"Te itt vagy, nem ott."

Translation:You are here, not there.

August 18, 2016

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Obviously a sentence I would use in real life frequently.


Correcting someone who's using a map and is mistaken about their location


So would "itt vagy, nem ott" mean the same thing? And if so how often do you omit the pronouns in everyday speech? Would using pronouns often make it obvious that you're not a native speaker?


Yes, it would. You only have to use the pronoun when it's emphasized.


What does "Te" mean? Does it mean "You"?


Yes, singular form of you


Well, this is going to be confusing. In Finnish, "te" is plural you. The fact that English doesn't make a distinction is not going to help me remember it (though the Hungarian conjugation should).


In hungarian, pronouns are never used. Pronouns are only used to "put down your foot" on something. For example, "I, and only I" would be the equivalent to pronouns in hungarian


Here means testicle in Hungarian...


So I know 'te' is the singular form of 'you', but is there a formal and informal version of 'you' in Hungarian like 'tu/usted' in Spanish?


Yes, there is. Informal singular you=te, informal plural you=ti, formal singular you=ön OR maga, formal plural you=önök OR maguk.


Yes, and there are more ways of using formal you.

  • pronoun maga+ 3rd person singular: shortened from 'maga kegyelmed', nowadays considered quite rude, sometimes more improper than saying te

  • Ön + 3rd person singular: has a more formal meaning than maga, these days it is the most common in shops, restaurants and other public places between foreigners and clients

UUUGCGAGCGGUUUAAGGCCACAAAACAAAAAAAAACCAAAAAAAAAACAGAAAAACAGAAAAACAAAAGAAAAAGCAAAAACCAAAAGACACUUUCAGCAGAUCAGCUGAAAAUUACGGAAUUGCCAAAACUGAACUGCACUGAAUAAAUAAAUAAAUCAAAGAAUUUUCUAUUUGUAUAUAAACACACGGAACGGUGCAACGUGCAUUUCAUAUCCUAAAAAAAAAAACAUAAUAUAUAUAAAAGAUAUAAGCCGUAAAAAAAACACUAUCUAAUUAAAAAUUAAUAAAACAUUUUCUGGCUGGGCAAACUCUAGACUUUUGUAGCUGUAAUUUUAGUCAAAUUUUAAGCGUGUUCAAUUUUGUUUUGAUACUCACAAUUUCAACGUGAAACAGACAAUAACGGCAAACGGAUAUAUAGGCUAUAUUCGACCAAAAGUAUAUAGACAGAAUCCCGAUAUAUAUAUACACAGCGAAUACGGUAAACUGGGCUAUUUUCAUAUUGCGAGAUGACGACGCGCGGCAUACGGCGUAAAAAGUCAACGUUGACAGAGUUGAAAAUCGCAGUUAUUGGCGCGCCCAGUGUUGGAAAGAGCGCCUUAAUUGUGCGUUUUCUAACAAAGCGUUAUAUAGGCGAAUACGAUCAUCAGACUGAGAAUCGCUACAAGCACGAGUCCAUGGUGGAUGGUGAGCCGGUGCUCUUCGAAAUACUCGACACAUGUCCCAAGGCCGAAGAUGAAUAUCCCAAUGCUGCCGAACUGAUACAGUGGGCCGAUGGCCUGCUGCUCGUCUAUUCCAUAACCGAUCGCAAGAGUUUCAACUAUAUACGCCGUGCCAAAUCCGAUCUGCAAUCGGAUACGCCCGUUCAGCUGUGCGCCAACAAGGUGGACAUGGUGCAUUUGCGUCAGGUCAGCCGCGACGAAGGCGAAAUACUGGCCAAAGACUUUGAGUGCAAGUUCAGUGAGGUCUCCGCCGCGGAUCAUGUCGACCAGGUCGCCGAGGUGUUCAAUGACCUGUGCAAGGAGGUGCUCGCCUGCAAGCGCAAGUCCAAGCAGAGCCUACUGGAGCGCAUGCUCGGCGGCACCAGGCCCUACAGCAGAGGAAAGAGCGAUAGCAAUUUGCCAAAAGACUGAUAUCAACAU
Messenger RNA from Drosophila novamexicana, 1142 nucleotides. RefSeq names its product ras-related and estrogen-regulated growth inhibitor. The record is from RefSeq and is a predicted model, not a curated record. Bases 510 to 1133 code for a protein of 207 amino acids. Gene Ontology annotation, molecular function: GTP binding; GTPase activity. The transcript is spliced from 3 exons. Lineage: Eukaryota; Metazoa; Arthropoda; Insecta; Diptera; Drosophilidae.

• tetszik+infinitive Sometimes considered overpolite, mainly used by children to adults, and by men to elderly women. The way of saying hello is Csókolom in this case (shortened from Kezét csókolom, meaning I kiss your hand)

  • substituting the Ön pronoun by a name or title: e.g. Arra szeretném kérni a Tanár urat... (literal translation: I would like to ask Mr. Teacher to...). Nehogy valami baja essen Kati néninek! (I hope nothing bad will happen to you, Kati néni!)

  • These days saying te between foreign younger people is common, sometimes if a customer and a cash assistant are both in their 20s-30s,they say Szia to each other


Could this be turned around to "Te nem ott vagy, hanem itt"?


The problem is ....in the real life the t in the ott sounds much longer, and the o is more open and round

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